Honestly, I don’t know if I could be a member. There are a couple of statements in their by-laws that I would seriously have to mull over AND I would be very leery about signing up with a group that might narrow my chances for admission to a PhD program at this point in my life – I fully intend to participate in scholarly organizations after I finish my PhD (I’m currently a member of the SBL), but I just don’t know how that would impact (if at all?) this next crucial juncture in my professional development.


  11. I heard Milbank say last year that one of the most important developments in the western church over the last century has been the ‘charismaticization’ (sp?) of the faith. I don’t think he was really talking about American pentecostalism, which I’m pretty sure he knows next to nothing about, but it’s still interesting. I think Smith’s right that there is some room for dialogue area, even if that’s just insofar as a ‘charismatic’ worldview entails a rejection of both theological liberalism and conservatism (and hence a kind of re-enchantment, or a new understanding of the natural/supernatural relation). From my limited experience, though, I’m not sure how far this could extend to actual co-operation between, say, Anglicans or Catholics and the pentecostal denominations. That seems almost impossible on so many levels.


    1. Tom,

      I’m not referring to Marian apparitions; I was more referring to, for instance, the Immaculate Conception and Assumption. I wasn’t trying really to get into their foundations but more just that, being so late, they seem to need something to account for their solidification to dogma in RC’ism.


      Charismatic Catholicism has grown just as fast as Pentecostalism. I for one hope to God that they aren’t incommensurate. Indeed, I think that it will be the ‘downfall’ of Churches to not incorporate the charismatic movement into their body.


  12. I’m interested in his statement #5… “a central commitment to empowerment and social justice, with a certain “preferential option for the marginalized”… having been among the pentecostals for years i’m not seeing this at all except in that many “members” of the small “off-the-grid” pentecostal churches I visited were working class people who were also under or uneducated. I’m not sure what he means by “empowerment” and “social justice”. Empowerment over the “forces of evil” but not in terms of “temporal” issues in anyway that I ever heard from pulpit or table sharing… of course there was the “prosperity gospel preached by the Tulsa crowd… I guess that’s maybe a form of empowerment… and social justice?… sorry, again, I didn’t hear it. The charismatic movement of the 60s and 70s was much more progressive, personally empowering, and concerned with social justice… but my experience with that was somewhat short lived… the groups that I worshipped with quickly left that behind in the 80’s.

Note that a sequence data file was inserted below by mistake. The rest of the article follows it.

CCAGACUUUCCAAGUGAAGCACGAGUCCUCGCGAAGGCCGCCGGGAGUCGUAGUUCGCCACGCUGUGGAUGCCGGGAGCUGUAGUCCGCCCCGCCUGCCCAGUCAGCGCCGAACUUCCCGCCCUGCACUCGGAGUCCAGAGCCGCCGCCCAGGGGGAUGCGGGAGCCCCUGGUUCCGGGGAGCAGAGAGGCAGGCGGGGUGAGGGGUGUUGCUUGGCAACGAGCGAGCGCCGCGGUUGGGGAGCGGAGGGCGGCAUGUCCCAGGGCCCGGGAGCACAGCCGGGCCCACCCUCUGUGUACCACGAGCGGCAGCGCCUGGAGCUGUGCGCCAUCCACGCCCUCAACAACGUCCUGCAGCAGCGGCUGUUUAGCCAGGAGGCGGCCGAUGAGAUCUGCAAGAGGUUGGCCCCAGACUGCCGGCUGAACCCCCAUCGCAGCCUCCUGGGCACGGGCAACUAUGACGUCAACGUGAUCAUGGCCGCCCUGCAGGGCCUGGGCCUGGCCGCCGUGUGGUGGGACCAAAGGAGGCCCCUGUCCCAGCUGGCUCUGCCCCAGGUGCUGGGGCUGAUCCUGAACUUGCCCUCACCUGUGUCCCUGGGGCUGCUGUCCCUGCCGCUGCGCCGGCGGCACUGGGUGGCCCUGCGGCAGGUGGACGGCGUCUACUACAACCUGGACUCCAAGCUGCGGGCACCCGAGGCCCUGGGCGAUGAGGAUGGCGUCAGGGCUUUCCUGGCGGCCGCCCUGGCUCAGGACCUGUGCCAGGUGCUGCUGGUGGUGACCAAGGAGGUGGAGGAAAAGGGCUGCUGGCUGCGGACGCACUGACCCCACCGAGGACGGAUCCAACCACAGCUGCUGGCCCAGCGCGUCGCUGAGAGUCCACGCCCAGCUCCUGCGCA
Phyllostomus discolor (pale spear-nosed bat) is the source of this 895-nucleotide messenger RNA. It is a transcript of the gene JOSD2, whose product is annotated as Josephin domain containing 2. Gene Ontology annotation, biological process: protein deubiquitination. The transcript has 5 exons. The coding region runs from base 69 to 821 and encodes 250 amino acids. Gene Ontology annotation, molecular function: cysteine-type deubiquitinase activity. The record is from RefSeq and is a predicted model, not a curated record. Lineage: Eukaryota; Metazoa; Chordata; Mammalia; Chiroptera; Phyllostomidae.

13. John,

    It has developed that way in the US but in many other parts of the world “social justice” is something that Pentecostals are particularly good at. And even in the US it’s slowly, slowly, starting to shift again. I know that the General Superintendent of the AG is anxious to emphasize the wholistic approach to evangelism which must include care for the “poor.”


  14. John,

    It should also be pointed out that, in many contexts outside of the United States – Pentecostalism is the fastest growing Christian sect, presumably because of things like #5 on Smith’s list.

    However, I will certainly agree with you, my experiences in US Pentecostal churches were similar.


  15. adhunt and shawn.
    thanks for your perspective… i realize mine was/is fairly narrow. I like that the general superintendent is anxious about the poor. I fled the groups that I was with for a number of reasons although I maintain a connection with many friends that I knew then. I was a lone voice at the time I left (with sadness as well as anger).


  16. Google “Copy of MacDonald’s Handwritten ‘Pretrib Revelation’ is Found!” And Joe Ortiz’s “End Times Passover” blog (3/9/10) is the first to air a facsimile copy of any part of it!
    If you are looking for arguments used by pretrib rapture teachers, Google “Pretrib Rapture Secrecy.”


  17. With respect to statement no. 5, I can attest that with the intermingling of Pentecostal and Evangelical/Baptist tendencies in the Philippine scene, it is increasingly becoming true.

    I think, Anthony, that this intermingling has allowed Pentecostals to start emphasizing “integral mission” (yes, it’s a buzzword I hear in the circle I work with) and seeking help from organizations who are concerned with that. The idea of integral mission is primarily one from the Evangelical tradition, and it is an attempt to articulate a more social justice oriented approach to theology without some of the unfortunate baggage of “liberation theology” (whose suppression, one friend suggests, led to the collapse of Latin American Catholicism).